How I Answer “How Was Your Father’s Day?”

Last week we published a very powerful post by guest blogger Keith Hammond about how kids who have disabilities will lose out if proposals to cut Medicaid leave American schools unable to get reimbursed for the costs of providing a free and appropriate public education. Sunday was Father’s Day, and Keith is back with a poignant guest blog about celebrating the holiday — or not.

Keith and his kids

Keith and his kids, Hillary (left) and Steven (right)

by Keith Hammond

When you have two children with autism, holidays can like Father’s Day can be hard. Children with autism largely benefit from specific and predictable schedules, and holidays disrupt those routines. Traditional places in the routine (school or various fast food establishments, for example) are often closed. Holidays involve strange expectations — spending time with people who aren’t familiar, visiting new locales, eating unknown foods — and they often involve rituals that can be loud and anxiety-producing (Don’t even get me started on fireworks).

And so, with all the celebrating that took place over the weekend, you might wonder what Father’s Day is like when you have children with autism.

Well, it’s…different.

The best I can do is share a recent example to illustrate. I’m needed at home at night for my son Steven’s evening medicines, his shower, and getting him to bed. Steven also needs me on weekends when his time is unstructured. So, when I want to spend time with my own dad — something most men wouldn’t have to worry about — I need to take a day off work.

So that’s what I did a couple weeks ago. I took a vacation day to take my father out to a movie while my son Steven was at school.

My dad and I share interest in James Bond and Marvel movies, so we ended up at a matinee performance of Guardians of the Galaxy II. We saw the first Guardians movie together back in 2014, and my dad loved Rocket Raccoon. So we were back for the sequel. It did not disappoint.

Part of the plot of the movie involves the leader of the Guardians, Star-Lord, being introduced to a father he has never met. This father, Ego, finds Star-Lord, and they are transported to Ego’s planet where the pair hope to get acquainted. It’s a bit of a rough go at first, but in a tender moment evocative of Kevin Costner’s Field of Dreams, Star-Lord and Ego play catch with a ball. The scene signifies that the two of them are bonding as father and son.

For many in the audience, this poignant scene evokes memories of playing catch with their fathers and the good times of days past. Since I was there with my father, it did bring back some very fine feelings of nostalgia.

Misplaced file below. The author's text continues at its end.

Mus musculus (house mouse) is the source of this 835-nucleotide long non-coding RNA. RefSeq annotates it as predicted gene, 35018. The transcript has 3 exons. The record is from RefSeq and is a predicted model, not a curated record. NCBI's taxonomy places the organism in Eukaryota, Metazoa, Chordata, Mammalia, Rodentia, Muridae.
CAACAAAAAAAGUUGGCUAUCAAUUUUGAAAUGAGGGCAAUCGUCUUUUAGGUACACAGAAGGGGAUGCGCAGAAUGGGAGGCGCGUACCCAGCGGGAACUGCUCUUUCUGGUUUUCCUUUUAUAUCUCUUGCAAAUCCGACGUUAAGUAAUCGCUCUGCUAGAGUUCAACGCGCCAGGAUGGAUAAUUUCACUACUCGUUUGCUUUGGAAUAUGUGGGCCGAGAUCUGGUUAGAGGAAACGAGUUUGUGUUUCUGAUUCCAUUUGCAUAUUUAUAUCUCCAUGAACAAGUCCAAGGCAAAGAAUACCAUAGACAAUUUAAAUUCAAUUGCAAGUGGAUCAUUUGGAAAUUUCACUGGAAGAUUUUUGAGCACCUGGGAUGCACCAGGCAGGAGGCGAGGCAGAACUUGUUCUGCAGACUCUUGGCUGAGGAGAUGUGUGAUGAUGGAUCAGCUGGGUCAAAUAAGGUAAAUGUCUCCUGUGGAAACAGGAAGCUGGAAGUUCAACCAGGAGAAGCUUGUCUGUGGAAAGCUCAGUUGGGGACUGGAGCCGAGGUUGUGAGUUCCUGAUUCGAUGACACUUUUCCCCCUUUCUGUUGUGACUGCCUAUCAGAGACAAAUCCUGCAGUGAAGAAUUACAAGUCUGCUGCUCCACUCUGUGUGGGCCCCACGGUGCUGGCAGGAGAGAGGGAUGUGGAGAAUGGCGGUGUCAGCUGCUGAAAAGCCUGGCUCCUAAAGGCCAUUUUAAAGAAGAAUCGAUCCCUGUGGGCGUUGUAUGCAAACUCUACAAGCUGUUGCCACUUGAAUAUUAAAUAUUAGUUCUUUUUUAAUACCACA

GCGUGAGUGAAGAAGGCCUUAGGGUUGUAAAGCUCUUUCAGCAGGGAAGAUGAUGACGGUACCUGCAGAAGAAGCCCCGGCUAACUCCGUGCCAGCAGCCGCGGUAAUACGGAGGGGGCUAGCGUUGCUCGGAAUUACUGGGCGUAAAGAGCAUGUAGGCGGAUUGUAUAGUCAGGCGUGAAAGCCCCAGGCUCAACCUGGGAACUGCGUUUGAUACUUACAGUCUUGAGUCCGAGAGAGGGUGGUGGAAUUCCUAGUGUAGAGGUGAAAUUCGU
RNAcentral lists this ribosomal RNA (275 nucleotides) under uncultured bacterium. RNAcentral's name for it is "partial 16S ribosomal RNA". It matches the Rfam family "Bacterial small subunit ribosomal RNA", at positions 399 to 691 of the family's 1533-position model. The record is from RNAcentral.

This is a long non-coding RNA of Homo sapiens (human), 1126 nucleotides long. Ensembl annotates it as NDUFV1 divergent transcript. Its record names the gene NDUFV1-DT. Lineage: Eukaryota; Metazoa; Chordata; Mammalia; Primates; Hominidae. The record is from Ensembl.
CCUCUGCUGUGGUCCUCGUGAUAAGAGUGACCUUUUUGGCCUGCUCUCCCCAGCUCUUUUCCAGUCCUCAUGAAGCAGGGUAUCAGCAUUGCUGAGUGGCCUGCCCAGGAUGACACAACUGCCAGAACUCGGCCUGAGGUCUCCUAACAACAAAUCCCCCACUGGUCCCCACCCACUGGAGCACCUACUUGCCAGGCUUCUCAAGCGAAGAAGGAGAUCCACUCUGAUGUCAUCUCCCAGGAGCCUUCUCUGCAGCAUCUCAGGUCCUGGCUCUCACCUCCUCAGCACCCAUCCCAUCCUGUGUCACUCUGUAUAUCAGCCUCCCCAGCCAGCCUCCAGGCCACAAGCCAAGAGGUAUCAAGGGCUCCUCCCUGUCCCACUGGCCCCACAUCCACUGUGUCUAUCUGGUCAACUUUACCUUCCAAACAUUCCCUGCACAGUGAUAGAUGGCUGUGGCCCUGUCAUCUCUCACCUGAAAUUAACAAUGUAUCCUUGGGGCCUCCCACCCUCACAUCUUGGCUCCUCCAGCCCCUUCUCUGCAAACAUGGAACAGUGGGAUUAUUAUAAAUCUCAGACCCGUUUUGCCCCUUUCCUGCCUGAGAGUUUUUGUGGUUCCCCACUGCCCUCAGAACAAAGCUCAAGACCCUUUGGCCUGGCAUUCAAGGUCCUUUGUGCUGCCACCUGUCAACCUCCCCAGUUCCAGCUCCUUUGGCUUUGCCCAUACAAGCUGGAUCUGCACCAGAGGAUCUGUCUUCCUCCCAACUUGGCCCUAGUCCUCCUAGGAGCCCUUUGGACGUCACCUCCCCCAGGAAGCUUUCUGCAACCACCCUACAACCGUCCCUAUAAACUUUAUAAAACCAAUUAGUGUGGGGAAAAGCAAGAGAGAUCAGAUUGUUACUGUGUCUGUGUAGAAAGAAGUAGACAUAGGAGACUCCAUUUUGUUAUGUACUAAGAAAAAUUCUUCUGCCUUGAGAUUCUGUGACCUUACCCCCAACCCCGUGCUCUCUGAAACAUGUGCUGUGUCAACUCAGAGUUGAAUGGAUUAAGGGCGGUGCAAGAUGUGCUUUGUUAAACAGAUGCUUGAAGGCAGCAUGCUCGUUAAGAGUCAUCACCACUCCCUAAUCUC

But then, my thoughts turned to myself and my son, Steven. We’ve never tossed a ball like that. We certainly tried, but due to some of his special needs, it’s hard for him to catch, and even harder for him to throw.

So there I am, sitting in a movie theater, watching Star-Lord and his father laughing and playing catch, and it hits me: that will never be me and my son.

The tears began to fall.

Thankfully, the scene eventually switched back to the talking raccoon shooting the place up and making jokes! That broke the mood, and it all became good, clean fun again.

There’s a saying in the autism world: “What screws us up most in life is the picture in our head of how it is supposed to be.” Holidays tend to be large reminders of how it is supposed to be, and for me, Father’s Day in particular never lives up to its expectations. I hear what others are doing that day. I see their smiling father-and-son pictures on Facebook: trips to the ballpark or to nice restaurants. Many of these folks are my friends, and I try to be happy for all of them.

Certainly, I do love my children just how they are. Still, something goes on in the back of my mind that leaves me wondering. Why can’t it be like that for us, for Steven and me? Does there have to be a special day to point out how different we are? Why?

These of course are questions that may never be answered. The holiday is over, and I’m back at work, back to being busy with life, the chores, and my children. Inevitably someone will ask, “Did you enjoy your Father’s Day?”

All I can do is smile and say, “It was just fine, thanks.”

Read more stories from Keith Hammond about being a dad to two kids with autism:

Here’s Who Loses Out if Medicaid Funding is Cut

What a Broken iPad Taught One Dad About Parenting


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